When the subject of most powerful Mopar engines ever is discussed, the awesome hemi powerplants are sure to be the first ones mentioned. From there, the dialogue generally turns to the torque-laden 440-cu in. big-blocks most often featuring the legendary Six Pack carb option. All of these are mighty fine, fire-breathing, axle-twisting engines to be sure.
But in terms of small-block power, the Chrysler LA-series engines are often overlooked despite their ability to make good power on reduced funds. The fact is, the small-block Mopar LA engines (318, 340, and 360-cu in.) were underrated at the factory and were the last of the big three small-blocks offered to the public. Because Mopar engineers could study the errors inherent with other earlier small-block designs, they "corrected" some things with their small-block and blended in some additional design benefits where possible. Remember, the 273 didn't appear until the 1964 model year and the newly designed small-block 318 (that replaced the larger and heavier Poly 318) came along during the 1967 model year.
The most unique engineering change on the small-block Mopar was the use of solid pushrods and rocker arm shafts rather than the hollow pushrods and individual rockers found on Ford and Chevy small-block engines. The result was excellent oiling, better pushrod and rocker arm rigidity, and no need for valve lash adjustment. Simply bolt down the rocker shaft, and the valves are set. And as any racer will tell you, rocker shafts are far less prone to flex, keeping the rocker ratio perfect rocker to rocker and helping head strength as well.
For our buildup, we started with a '72 360-cu in. engine taken from a wrecking yard. After checking the block for soundness, we cleaned and bored it 0.030-inch over and set about selecting parts from Mopar Performance, Summit Racing, Holley, and others. Although the factory 360-cu in. small-block was rated at 255 hp, we knew that we could certainly beat that target. And though this isn't a huge-horsepower LA engine, it definitely is a great combination for an everyday driver with good power.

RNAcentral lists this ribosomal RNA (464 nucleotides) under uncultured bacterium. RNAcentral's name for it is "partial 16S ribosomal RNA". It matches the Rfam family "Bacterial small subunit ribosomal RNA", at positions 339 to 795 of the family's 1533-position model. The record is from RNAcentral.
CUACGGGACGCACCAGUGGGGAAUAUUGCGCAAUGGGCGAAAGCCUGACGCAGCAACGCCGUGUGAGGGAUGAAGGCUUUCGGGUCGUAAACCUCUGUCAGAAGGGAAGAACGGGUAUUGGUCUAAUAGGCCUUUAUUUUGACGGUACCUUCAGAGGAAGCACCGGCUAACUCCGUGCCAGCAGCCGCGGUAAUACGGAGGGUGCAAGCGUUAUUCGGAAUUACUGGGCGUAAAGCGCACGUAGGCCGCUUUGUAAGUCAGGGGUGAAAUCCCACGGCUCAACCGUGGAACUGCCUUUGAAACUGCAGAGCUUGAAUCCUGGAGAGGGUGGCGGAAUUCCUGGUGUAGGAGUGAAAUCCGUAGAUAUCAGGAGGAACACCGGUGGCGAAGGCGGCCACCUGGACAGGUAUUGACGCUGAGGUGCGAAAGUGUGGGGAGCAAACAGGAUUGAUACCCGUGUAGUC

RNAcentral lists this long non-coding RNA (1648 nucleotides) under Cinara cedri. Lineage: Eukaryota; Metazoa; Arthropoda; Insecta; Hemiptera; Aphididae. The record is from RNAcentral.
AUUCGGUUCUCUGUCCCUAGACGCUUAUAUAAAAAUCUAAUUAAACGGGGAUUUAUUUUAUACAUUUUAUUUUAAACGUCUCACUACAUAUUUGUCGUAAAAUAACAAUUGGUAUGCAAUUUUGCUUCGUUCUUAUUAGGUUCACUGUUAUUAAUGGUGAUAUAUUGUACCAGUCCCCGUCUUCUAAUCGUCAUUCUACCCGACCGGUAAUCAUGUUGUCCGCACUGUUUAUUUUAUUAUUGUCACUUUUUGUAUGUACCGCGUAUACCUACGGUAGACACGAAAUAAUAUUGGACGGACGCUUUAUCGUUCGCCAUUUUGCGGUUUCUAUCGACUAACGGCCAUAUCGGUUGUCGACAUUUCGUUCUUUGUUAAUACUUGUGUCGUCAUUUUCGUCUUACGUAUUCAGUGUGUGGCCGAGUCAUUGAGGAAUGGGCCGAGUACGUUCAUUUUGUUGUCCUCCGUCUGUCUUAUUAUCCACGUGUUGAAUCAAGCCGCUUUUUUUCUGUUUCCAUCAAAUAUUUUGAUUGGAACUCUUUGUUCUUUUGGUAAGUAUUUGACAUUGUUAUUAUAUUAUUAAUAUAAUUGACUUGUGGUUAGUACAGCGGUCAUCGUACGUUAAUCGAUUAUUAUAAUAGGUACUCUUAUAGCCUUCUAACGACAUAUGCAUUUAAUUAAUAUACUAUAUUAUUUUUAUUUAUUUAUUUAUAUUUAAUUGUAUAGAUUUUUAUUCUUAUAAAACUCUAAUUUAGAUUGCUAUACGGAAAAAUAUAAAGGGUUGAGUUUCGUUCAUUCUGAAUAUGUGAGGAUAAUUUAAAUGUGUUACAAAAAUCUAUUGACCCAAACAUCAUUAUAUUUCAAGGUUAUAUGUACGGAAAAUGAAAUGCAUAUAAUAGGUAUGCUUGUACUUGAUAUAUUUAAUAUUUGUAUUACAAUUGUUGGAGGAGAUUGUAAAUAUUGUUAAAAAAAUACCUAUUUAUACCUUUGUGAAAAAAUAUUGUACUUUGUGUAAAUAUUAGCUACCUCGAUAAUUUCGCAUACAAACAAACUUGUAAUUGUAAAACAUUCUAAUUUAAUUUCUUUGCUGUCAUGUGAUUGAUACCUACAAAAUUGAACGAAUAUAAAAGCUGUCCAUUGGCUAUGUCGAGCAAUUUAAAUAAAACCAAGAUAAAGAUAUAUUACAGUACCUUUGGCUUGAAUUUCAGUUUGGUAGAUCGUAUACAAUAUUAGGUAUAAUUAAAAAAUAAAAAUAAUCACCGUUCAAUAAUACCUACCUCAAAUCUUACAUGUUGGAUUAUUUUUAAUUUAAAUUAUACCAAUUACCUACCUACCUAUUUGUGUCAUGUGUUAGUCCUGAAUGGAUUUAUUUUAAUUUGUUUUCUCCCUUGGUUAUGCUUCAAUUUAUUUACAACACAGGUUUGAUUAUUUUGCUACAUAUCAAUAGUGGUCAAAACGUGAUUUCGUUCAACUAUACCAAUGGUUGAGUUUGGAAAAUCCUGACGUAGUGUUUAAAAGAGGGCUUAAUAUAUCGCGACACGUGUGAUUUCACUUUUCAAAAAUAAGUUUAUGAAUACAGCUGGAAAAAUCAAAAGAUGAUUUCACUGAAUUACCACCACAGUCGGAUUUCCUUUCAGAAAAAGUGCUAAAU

See all 31 photos The 340 had a six-year production run and was complemented in 1971 by the introduction of the 360-cu in. engine. Although the 360 shared many of the 340’s performance parts, it never got the respect given the 340 because of the fuel and emissions standards that came about during this time period. See all 31 photos See all 31 photos Even though the 360-cu in. engine had a production run of 30 years, it's easy to find original rebuildable blocks in wrecking yard. It's also easy to determine the block you have by looking at the casting number on the side of the block. See all 31 photos One nice advantage to the 318, 340, and 360-cu in. engine series is that the blocks are made from a high-nickel alloy that made it stronger overall—a material not common with other standard-issue OE-manufactured blocks. See all 31 photos This 360 engine is going together with mostly original components to keep the cost down. This cast crank was standard in all 360-cu in. engines and has a 3.580-inch stroke. These crankshafts were externally balanced and proven to be plenty strong for most performance applications including off-roading or towing with a big, heavy truck/trailer combo. See all 31 photos The pistons for the 360-cu in. engine are also cast, and these forged connecting rods, measuring 6.123-inch center-to-center, are the same length for the 360 as was used in the 318- and 340-cu in. engines. See all 31 photos The difference in engine displacement for the 318-, 340-, and 360-cu in. engines isn't in the bore or stroke, but in the piston height. The piston in the 360-cu in. engine is the smallest and also the lightest of the three allowing for more displacement overall. In addition, these use a press-fit piston pin as opposed to the floating piston design used in the other LA engines. See all 31 photos See all 31 photos Our 360-cu in. engine uses a flat-tappet hydraulic camshaft that features an uncommon oiling system. The pushrods are actually solid eliciting the question: How is the oil going to get to the top of the valvetrain? See all 31 photos See all 31 photos See all 31 photos The oil is fed through the No. 4 main journal on the camshaft, which pumps oil up through the block and through this rocker arm galley hole in the head and into the rocker shaft. See all 31 photos See all 31 photos The Summit Racing camshaft is a direct replacement hydraulic flat-tappet camshaft with an operating range of 2,000-4,500 rpm. Duration on this camshaft is 218 degrees intake, 228 degrees exhaust at 0.050-inch lift with a maximum lift of 0.441 inch. This timing chain oil tab attaches to the thrust plate, which keeps the camshaft in place, and a double-roller timing chain will keep the timing right. See all 31 photos The Summit Racing hydraulic lifters were installed after full lubrication of the contact surfaces. Note the pre-lube used on the camshaft lobes as well. This is critical to ensure the camshaft breaks in properly. See all 31 photos The LA engines used two different cylinder heads—the small-port style that was used on the 318-cu in. engine and the large port that was used on 340- and 360-cu in. engines. In addition, there are two different versions of the large-port heads, pre-1972 engines, which used a 2.02-inch intake, and 1.60-inch exhaust valve, and the later 1972 heads used a reduced 1.88-inch intake and 1.60-inch exhaust valve. The intake on these heads is 1.88-inch, meaning these heads are from a 1972 and later engine. See all 31 photos The cylinder heads are dropped in place and bolted up, torqueing the heads down by starting in the center of the head and working to the outside edges of the head. See all 31 photos The solid pushrods are installed in the normal way making sure to lubricate the tips as you would any engine. Engine startup mode requires plenty of lubrication or excessive wear will result. See all 31 photos For this engine, we used the original-style, stamped steel rockers on the hardened steel rocker shaft. These rockers retain the factory 1.5:1 ratio and aren't adjustable. To adjust for any other engine modifications, such as decking of the block or surfacing the head, different length pushrods are used to compensate for this shorter-length requirement. See all 31 photos See all 31 photos Now we can bolt up the stock timing chain cover, which incorporates the water pump as part of the assembly. Normally, the fuel pump would be installed at this point, but because we're headed to the dyno for some testing, a block-off plate is installed instead. See all 31 photos See all 31 photos For budget and performance reasons, we installed this Weiand Stealth High Rise aluminum intake manifold. This intake has a broad powerband for great performance from idle through 6,800 rpm. On the installation bolts, we added some anti-seize compound to prevent stripping. See all 31 photos This gap in the cylinder head allows some of the heat around the intake manifold's EGR boss to escape. See all 31 photos To handle the oiling duties, we used the original-style Mopar stock oil pump, pickup, and pan. See all 31 photos See all 31 photos As with all of our engine buildups, especially flat tappet camshaft-equipped engines, we poured in some Royal Purple Engine Break-In oil. We turned the oil pump using a drill and drive bit through the distributor hole and watched the fresh oil pump up and come through the rocker shafts and into the cylinder head and engine valley. See all 31 photos Keeping the budget build in mind, we went with this Summit Racing 600-cfm Street/Strip carb and one of their electronic Mopar distributors. To evacuate the exhaust gases, we went with a set of Hooker competition headers with 1.5-inch primary tubing and 2.5-inch diameter collectors. See all 31 photos See all 31 photos The stock 360-cu in. engine was rated at 255 hp. During out initial test, the engine cranked out 370 lb-ft of torque and 295 hp. Time for some tuning. See all 31 photos With a slight reduction in crankshaft timing and a few other tuning tricks, we picked up 12 hp and 11 lb-ft of torque at 3,800 rpm. Most impressive was the torque curve, which went straight up and then held steady at peak torque. In addition, the power curve was nice and smooth throughout. We further adjusted the timing in small increments until no further power and torque increases occurred. In the end, power peaked at 314 hp, which isn't too shabby for an otherwise-stock rebuild using stock heads, 87-octane-friendly compression, and only a mild cam and intake manifold in the way of performance parts. Sources: